Major funding for Jascha Heifetz: God’s Fiddler is provided by the Colburn School. Additional funding for this program is provided by The National Endowment for the Arts, and Kitty Hawks and Larry Lederman. American Masters is made possible by the Corporation for Public Broadcasting, Rosalind P. Walter, The Blanche & Irving Laurie Foundation, Rhoda Herrick, Vital Projects Fund, Michael & Helen Schaffer Foundation, Rolf and Elizabeth Rosenthal, Jack Rudin, The André and Elizabeth Kertész Foundation and public television viewers.

About WNET
As New York’s flagship public media provider and the parent company of THIRTEEN and WLIW21 and operator of NJTV, WNET brings quality arts, education and public affairs programming to more than 5 million viewers each week. WNET produces and presents such acclaimed PBS series as Nature, Great Performances, American Masters, PBS NewsHour Weekend, Charlie Rose and a range of documentaries, children’s programs, and local news and cultural offerings available on air and online. Pioneers in educational programming, WNET has created such groundbreaking series as Get the Math, Oh Noah! and Cyberchase and provides tools for educators that bring compelling content to life in the classroom and at home. WNET highlights the tri-state’s unique culture and diverse communities through NYC-ARTS, Reel 13, NJTV News with Mary Alice Williams and MetroFocus, the multi-platform news magazine focusing on the New York region. WNET is also a leader in connecting with viewers on emerging platforms, including the THIRTEEN Explore App where users can stream PBS content for free.

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Quincy Jones: Trumpeter Clark Terry Performs: An In Memoriam Tribute http://www.pbs.org/wnet/americanmasters/episodes/quincy-jones/trumpeter-clark-terry-performs-an-in-memoriam-tribute/3738/ http://www.pbs.org/wnet/americanmasters/episodes/quincy-jones/trumpeter-clark-terry-performs-an-in-memoriam-tribute/3738/#comments Wed, 25 Feb 2015 16:52:07 +0000 knightc http://www.pbs.org/wnet/americanmasters/?p=3738 View full post to see video)

Celebrated jazz musician Clark Terry (Dec. 14, 1920 – Feb. 21, 2015 ) played trumpet and flugelhorn in a career that spanned more than seven decades and included performing with Count Basie and Duke Ellington in the late 1940s and 1950s, and with Quincy Jones. His many awards include a Jazz Master Award from the NEA (1991), 16 honorary doctorates and Trumpeter of the Year (2005) from the Jazz Journalist Association. Terry was filmed in interviews and performance for American Masters – Quincy Jones: In the Pocket (2001), written, directed and produced by Michael Kantor. This outtake from the film shows Terry in performance.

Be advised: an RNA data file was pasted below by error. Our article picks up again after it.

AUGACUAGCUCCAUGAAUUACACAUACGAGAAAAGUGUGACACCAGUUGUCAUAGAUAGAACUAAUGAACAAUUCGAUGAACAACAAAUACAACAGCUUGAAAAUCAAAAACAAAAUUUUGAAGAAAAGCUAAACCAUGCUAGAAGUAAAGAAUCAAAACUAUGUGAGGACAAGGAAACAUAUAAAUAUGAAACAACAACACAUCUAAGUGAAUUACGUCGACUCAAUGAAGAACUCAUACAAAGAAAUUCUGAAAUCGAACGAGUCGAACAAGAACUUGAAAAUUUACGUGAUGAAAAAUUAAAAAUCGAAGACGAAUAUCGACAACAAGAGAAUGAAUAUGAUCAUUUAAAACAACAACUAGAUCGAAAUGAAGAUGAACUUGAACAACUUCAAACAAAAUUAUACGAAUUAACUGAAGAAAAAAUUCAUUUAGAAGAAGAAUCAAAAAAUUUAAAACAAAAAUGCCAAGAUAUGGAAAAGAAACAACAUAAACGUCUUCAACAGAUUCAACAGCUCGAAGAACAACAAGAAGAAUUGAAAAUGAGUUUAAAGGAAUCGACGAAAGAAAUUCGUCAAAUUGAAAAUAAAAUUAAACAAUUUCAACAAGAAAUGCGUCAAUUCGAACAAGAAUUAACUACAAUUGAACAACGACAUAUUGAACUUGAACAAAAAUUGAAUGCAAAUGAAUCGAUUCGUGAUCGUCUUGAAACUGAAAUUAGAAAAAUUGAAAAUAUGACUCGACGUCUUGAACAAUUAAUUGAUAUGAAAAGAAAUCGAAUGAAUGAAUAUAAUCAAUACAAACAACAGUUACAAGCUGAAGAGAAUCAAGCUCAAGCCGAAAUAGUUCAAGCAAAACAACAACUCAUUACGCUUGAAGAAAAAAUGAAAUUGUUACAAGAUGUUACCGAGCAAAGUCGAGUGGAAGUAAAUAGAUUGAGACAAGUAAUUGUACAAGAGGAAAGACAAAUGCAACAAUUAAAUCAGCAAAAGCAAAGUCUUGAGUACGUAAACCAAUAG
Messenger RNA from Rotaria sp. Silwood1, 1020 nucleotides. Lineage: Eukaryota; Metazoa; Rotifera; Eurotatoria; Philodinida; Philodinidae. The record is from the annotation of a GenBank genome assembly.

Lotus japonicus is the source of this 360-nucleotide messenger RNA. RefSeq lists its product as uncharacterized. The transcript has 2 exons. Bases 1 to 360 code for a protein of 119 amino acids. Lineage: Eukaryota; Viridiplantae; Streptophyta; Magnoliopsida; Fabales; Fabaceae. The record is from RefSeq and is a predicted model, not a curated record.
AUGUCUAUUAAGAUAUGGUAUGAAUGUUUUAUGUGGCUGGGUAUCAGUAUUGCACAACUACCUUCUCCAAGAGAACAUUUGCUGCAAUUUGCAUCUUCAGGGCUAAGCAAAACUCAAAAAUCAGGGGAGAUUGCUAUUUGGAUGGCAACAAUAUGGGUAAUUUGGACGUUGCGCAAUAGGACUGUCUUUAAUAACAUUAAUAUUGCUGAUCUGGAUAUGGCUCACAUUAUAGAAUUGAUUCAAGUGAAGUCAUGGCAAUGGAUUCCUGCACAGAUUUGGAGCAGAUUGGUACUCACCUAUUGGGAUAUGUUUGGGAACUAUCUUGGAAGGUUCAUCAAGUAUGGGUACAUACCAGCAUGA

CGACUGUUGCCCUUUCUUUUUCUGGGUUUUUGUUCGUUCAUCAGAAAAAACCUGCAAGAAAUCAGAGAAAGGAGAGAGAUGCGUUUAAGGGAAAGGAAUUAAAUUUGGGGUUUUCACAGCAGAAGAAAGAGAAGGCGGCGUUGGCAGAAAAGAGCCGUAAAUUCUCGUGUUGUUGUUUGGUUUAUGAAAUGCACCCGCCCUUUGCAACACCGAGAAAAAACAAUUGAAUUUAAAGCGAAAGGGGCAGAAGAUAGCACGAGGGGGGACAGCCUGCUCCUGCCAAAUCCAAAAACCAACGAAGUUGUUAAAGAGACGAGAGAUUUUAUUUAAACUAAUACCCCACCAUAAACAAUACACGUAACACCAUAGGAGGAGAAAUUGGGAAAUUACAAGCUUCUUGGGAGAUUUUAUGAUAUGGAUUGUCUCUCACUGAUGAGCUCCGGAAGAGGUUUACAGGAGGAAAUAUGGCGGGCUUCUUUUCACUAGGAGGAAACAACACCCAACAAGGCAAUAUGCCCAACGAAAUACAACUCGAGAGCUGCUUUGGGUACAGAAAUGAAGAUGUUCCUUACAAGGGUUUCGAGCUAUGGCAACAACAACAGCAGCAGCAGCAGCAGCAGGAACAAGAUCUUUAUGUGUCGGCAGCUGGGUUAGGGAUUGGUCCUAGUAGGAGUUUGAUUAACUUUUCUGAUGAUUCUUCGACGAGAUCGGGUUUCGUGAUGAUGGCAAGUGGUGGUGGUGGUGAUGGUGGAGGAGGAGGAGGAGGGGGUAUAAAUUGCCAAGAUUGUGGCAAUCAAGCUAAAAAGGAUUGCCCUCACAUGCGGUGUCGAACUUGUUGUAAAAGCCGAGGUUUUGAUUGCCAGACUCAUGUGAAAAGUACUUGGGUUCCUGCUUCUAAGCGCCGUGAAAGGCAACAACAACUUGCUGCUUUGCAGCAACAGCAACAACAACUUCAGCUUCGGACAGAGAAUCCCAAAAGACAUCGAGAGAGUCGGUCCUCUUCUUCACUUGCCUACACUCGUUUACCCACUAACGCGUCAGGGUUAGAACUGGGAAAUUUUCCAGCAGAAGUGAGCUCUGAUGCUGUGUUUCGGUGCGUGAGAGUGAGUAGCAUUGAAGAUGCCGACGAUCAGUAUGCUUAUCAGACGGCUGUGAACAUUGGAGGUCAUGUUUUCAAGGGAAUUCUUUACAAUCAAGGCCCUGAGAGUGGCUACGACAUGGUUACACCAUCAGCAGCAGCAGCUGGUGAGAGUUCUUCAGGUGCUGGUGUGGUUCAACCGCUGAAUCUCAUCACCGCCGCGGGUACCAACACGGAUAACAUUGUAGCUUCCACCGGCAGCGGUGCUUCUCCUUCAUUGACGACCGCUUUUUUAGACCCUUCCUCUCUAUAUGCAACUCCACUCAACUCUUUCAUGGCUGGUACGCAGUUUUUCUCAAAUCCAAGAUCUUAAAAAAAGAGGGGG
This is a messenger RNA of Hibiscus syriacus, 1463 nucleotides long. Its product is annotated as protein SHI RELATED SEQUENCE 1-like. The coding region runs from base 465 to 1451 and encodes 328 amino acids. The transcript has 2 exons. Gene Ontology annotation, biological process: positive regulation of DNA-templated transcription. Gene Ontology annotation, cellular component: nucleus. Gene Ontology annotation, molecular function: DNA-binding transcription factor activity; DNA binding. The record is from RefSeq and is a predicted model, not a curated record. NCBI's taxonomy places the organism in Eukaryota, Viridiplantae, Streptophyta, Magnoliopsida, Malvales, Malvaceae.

Kantor remembers, “Clark Terry was a giant. He played for the greatest bandleaders of all time, including Count Basie and Duke Ellington, and literally taught Quincy Jones how to play trumpet. Throughout his life he was a mentor to so many young talents. In fact, there is a recent documentary about Terry’s gift for inspiration, Keep on Keepin’ On. He was a pleasure to interview, generous with his time and talent.”

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Quincy Jones: Interviews with Terry Clark: Trumpeter, Composer, Mentor. In Memoriam. http://www.pbs.org/wnet/americanmasters/episodes/quincy-jones/interviews-with-terry-clark-trumpeter-composer-mentor-in-memoriam/3735/ http://www.pbs.org/wnet/americanmasters/episodes/quincy-jones/interviews-with-terry-clark-trumpeter-composer-mentor-in-memoriam/3735/#comments Wed, 25 Feb 2015 15:23:30 +0000 knightc http://www.pbs.org/wnet/americanmasters/?p=3735 The career of celebrated jazz trumpeter Clark Terry (Dec. 14, 1920 – Feb. 21, 2015 ) spanned more than seven decades and included performing with Count Basie and Duke Ellington in the late 1940s and 1950s, and with Quincy Jones. His many awards include a Jazz Master Award from the NEA (1991), 16 honorary doctorates and Trumpeter of the Year (2005) from the Jazz Journalist Association. Terry served as an informal teacher and mentor to both Miles Davis and Jones and was interviewed for American Masters – Quincy Jones: In the Pocket (2001), written, directed and produced by Michael Kantor.

Kantor remembers, “Clark Terry was a giant. He played for the greatest bandleaders of all time, including Count Basie and Duke Ellington, and literally taught Quincy Jones how to play trumpet. Throughout his life he was a mentor to so many young talents. In fact, there is a recent documentary about Terry’s gift for inspiration, Keep on Keepin’ On. He was a pleasure to interview, generous with his time and talent.”

Count Basie’s Space and Time